Amtrak also argues that the Board should proceed because its interpretation of § 24905 would aid the district court by showing that the Board has discretion in its application of the Policy when making a compensation determination.  But Amtrak does not explain how Board application of the Policy to the compensation dispute between the MBTA and Amtrak would materially assist the district court in resolving MBTA’s constitutional and other claims.  The claims pending before the district court call into question the validity and constitutionality of the NECC under § 24905, but Amtrak’s petition before the Board involves application of § 24905.  Amtrak provides no explanation of how the merits of the cost-allocation dispute at issue here could affect the court’s resolution of the constitutionality and legality of the statutory basis for that dispute.  Accordingly, it would not be an efficient allocation of resources for the Board to go through the resource-intensive exercise of applying the statute and making a compensation determination in this proceeding until the issues before the district court are resolved. 


Finally, Amtrak does not show that it or any other entity would be materially harmed by holding this proceeding in abeyance.  Although Amtrak claims that MBTA’s share of costs would be passed on to Amtrak or “other entities,” MBTA explains that Amtrak provides most maintenance and operational services under the existing agreement between Amtrak and MBTA.  After that agreement terminates in February 2017, MBTA would provide those services (or hire a provider) as the owner of the line at issue.  Therefore, those costs would not be passed on to Amtrak or other entities.  Amtrak has also not identified or explained how other entities could be required to pay for capital expenditures on the Attleboro Line, or even that capital needs on that Line exist at this time.  Amtrak also claims that Congress intended to alleviate uncertainty regarding Northeast Corridor funding by enacting changes to § 24905 in PRIIA (including establishment of a procedural schedule under which the Board would quickly resolve cost disputes) and that holding this proceeding in abeyance would frustrate that intent.  However, the primary source of uncertainty is now the constitutional questions MBTA has raised in the district court regarding the validity of § 24905.  The resource-intensive proceeding that would be needed here for the Board to resolve the merits of the cost dispute would not, and could not, answer those questions, and any cost allocation order the Board were to issue before the constitutional litigation is complete could be rendered invalid depending on the outcome of that constitutional litigation.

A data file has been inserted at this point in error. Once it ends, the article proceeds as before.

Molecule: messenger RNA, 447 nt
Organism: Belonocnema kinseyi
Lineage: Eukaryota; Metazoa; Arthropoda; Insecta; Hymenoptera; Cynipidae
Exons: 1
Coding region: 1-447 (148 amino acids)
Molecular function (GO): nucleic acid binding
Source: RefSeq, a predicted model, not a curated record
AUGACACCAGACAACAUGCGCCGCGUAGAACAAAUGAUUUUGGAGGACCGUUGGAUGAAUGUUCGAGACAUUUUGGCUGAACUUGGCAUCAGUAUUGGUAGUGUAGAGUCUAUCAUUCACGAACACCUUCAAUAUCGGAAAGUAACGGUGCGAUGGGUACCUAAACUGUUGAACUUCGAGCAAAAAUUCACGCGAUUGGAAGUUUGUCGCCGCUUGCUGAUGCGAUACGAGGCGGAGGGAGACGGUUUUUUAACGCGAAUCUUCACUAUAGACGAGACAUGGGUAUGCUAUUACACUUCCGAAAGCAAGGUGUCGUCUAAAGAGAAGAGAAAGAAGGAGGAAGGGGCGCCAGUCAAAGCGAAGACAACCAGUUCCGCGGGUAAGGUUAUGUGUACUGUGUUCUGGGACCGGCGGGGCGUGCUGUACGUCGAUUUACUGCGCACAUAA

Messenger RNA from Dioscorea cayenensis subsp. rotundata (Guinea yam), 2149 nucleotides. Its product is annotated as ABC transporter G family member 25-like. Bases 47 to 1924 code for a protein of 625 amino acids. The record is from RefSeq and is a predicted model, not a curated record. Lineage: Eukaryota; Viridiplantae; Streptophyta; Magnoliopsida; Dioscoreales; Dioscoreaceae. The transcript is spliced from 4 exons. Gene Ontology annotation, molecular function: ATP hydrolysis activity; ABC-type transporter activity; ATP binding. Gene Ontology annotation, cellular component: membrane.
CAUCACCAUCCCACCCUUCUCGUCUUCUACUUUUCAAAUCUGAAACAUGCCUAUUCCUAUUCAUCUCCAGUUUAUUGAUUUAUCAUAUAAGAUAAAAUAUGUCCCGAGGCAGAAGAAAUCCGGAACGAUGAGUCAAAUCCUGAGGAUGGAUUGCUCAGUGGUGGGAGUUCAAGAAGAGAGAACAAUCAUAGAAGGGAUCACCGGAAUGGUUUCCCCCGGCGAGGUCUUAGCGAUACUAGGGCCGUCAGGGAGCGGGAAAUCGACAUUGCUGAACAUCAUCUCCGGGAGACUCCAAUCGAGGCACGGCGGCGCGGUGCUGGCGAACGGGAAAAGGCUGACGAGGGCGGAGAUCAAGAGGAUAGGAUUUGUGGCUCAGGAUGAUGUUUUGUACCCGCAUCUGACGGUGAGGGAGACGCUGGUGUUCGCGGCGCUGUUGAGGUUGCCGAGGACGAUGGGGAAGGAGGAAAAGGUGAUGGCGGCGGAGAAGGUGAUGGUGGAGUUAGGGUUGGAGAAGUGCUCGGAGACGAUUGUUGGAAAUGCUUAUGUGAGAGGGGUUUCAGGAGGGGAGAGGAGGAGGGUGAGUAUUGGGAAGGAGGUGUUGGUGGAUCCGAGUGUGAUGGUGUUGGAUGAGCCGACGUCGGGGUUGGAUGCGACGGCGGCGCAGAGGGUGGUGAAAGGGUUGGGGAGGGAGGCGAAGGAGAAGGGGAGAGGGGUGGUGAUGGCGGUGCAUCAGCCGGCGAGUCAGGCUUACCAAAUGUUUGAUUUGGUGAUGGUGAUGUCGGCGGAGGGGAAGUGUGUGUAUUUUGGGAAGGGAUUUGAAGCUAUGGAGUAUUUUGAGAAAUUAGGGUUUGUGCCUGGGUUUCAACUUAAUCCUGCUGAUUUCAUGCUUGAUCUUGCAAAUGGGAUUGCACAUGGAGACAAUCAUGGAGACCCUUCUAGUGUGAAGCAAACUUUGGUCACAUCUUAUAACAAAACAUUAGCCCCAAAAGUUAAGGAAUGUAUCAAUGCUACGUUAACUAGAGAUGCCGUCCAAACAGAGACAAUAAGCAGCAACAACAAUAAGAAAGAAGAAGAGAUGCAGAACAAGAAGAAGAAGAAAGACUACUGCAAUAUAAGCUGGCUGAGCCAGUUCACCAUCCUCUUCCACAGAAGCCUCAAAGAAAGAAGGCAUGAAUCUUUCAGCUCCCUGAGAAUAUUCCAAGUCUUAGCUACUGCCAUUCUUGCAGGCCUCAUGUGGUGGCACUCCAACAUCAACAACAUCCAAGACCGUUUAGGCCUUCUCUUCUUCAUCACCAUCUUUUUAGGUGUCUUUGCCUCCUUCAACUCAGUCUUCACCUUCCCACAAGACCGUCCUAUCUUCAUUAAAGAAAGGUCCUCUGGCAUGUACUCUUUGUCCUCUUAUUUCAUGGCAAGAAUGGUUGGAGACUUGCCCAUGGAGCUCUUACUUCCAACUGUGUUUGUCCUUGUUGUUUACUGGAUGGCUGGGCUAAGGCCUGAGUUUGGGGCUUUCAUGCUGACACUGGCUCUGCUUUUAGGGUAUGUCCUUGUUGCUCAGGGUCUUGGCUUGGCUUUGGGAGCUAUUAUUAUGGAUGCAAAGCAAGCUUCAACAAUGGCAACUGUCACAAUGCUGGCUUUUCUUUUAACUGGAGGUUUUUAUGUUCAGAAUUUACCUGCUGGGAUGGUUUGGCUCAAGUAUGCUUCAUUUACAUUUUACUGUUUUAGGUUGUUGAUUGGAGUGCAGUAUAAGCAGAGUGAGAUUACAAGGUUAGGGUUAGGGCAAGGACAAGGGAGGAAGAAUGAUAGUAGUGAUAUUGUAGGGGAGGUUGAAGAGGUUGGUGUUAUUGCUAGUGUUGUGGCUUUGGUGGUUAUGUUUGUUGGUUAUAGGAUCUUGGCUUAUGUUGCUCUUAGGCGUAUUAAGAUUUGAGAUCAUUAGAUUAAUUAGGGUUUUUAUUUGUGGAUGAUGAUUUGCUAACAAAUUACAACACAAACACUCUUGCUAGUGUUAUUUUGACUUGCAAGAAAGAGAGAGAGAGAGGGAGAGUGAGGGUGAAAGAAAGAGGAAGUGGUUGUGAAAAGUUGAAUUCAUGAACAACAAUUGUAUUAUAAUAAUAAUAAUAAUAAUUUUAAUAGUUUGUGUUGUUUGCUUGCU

For the reasons discussed above, it is appropriate to grant MBTA’s motion and hold this proceeding in abeyance until further order of the Board. 


            It is ordered:


1.  MBTA’s August 25, 2016 reply is accepted into the record.


2.  MBTA’s motion to hold this case in abeyance is granted.  This proceeding shall be held in abeyance pending further order of the Board. 


3.  The parties shall inform the Board of the resolution of the NECC motion to dismiss currently pending in the district court.  The parties’ filing should include a copy of the court’s decision on that motion.  The parties should make similar filings with the Board for any other dispositive motions (such as motions for summary judgment or motions to dismiss) filed in the district court litigation.


4.  This decision is effective on its service date.


            By the Board, Chairman Elliott, Vice Chairman Miller, and Commissioner Begeman.


[1]  The digest constitutes no part of the decision of the Board but has been prepared for the convenience of the reader.  It may not be cited to or relied upon as precedent.  Policy Statement on Plain Language Digests in Decisions, EP 696 (STB served Sept. 2, 2010).

[2]  Mass. Bay Transp. Auth. v. Nat. R.R. Passenger Corp., No. 16-10120 (D. Mass.).

[3]  The Board is aware that the NECC has filed a motion to dismiss or stay the district court case on the ground that the district court does not have subject matter jurisdiction over MBTA’s claims.  The NECC asserts in the district court that the constitutional and statutory issues concerning the validity of the NECC and the Policy can only be raised in the context of Amtrak’s petition to the Board for compensation from MBTA.  However, although Amtrak states to the Board that the constitutional issues could be raised on appeal from the Board’s decision, the Board does not accept the argument that Congress intended a cost allocation proceeding before this agency to be the only forum to decide constitutional and statutory issues involving another federal agency over which the Board lacks jurisdiction.  Therefore, the Board is holding its consideration of the compensation issues in this proceeding in abeyance, for the reasons stated in this decision.